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Petrus J. Van de Ven and Dirk J. Wolfson

From the Foreword to the first issue: “Among the responsibilities of the International Monetary Fund, as set forth in the Articles of Agreement, is the obligation to ‘act as a center for the collection and exchange of information on monetary and financial problems,’ and thereby to facilitate ‘the preparation of studies designed to assist members in developing policies which further the purposes of the Fund.’ The publications of the Fund are one way in which this responsibility is discharged. “Through the publication of Staff Papers, the Fund is making available some of the work of members of its staff. The Fund believes that these papers will be found helpful by government officials, by professional economists, and by others concerned with monetary and financial problems. Much of what is now presented is quite provisional. On some international monetary problems, final and definitive views are scarcely to be expected in the near future, and several alternative, or even conflicting, approaches may profitably be explored. The views presented in these papers are not, therefore, to be interpreted as necessarily indicating the position of the Executive Board or of the officials of the Fund.” The authors of the papers in this issue have received considerable assistance from their colleagues on the staff of the Fund. This general statement of indebtedness may be accepted in place of a detailed list of acknowledgments. Subscription: US$6.00 a volume or the approximate equivalent in the currencies of most countries. Three numbers constitute a volume. Single copies may be purchased at $2.50. Special rate to university libraries, faculty members, and students: $3.00 a volume; $1.00 a single copy. Subscriptions and orders should be sent to: THE SECRETARY International Monetary Fund 19th and H Streets, N.W. Washington, D. C. 20431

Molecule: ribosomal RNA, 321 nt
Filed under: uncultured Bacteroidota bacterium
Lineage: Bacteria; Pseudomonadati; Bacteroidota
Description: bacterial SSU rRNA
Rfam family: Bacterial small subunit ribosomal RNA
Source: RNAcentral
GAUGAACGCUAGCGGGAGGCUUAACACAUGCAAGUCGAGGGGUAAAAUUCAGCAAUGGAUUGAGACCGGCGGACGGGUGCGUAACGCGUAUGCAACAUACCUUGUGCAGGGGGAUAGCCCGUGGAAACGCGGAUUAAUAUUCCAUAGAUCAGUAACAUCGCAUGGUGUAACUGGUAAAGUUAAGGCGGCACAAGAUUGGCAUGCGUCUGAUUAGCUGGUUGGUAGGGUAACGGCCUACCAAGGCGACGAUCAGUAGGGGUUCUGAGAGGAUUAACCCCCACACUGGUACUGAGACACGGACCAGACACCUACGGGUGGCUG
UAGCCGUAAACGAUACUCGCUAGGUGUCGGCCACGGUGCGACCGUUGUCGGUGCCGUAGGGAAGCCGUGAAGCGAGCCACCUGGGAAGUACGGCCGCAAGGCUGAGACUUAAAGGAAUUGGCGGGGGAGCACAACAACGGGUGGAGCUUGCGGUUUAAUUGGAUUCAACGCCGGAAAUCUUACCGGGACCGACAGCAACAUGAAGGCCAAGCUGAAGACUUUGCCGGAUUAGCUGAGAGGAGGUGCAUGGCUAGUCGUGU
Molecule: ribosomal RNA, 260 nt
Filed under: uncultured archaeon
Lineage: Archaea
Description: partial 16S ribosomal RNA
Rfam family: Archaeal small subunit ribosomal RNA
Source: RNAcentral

Mr. Douglas A. Scott and Mr. Christopher Browne


Fiji covers a land area of 18,000 square kilometers in the South Pacific, midway between Hawaii and Australia. The country is made up of about 400 islands, of which the two largest comprise 90 percent of the total area and population. Owing to its volcanic origin, about four fifths of the land is mountainous and unsuitable for cultivation, but contains forests, mineral resources, and hydroelectric potential. Agricultural land is fertile with plentiful rainfall, although it is subject to drought and cyclones.

Mr. Daniel S Kanda

budget estimates. For tax revenue, the null hypothesis was not rejected in May, but was rejected from June onward, with the rejection tending to be stronger with every passing month. Similarly, for total revenue the null hypothesis was not rejected in June, but was rejected from July onward, with the rejection tending to be stronger with every passing month. IV. E mpirical R esults for the U nited S tates To demonstrate the applicability of the test to a wide variety of countries, we also evaluate US federal government budget receipt estimates for fiscal

Mr. Daniel S Kanda
A simple statistical methodology is developed to help evaluate monthly progress toward an annual fiscal revenue target, and the applicability of the methodology to both developing and industrial countries is demonstrated using data for Sri Lanka and the United States.
Richard Goode and Eugene A. Birnbaum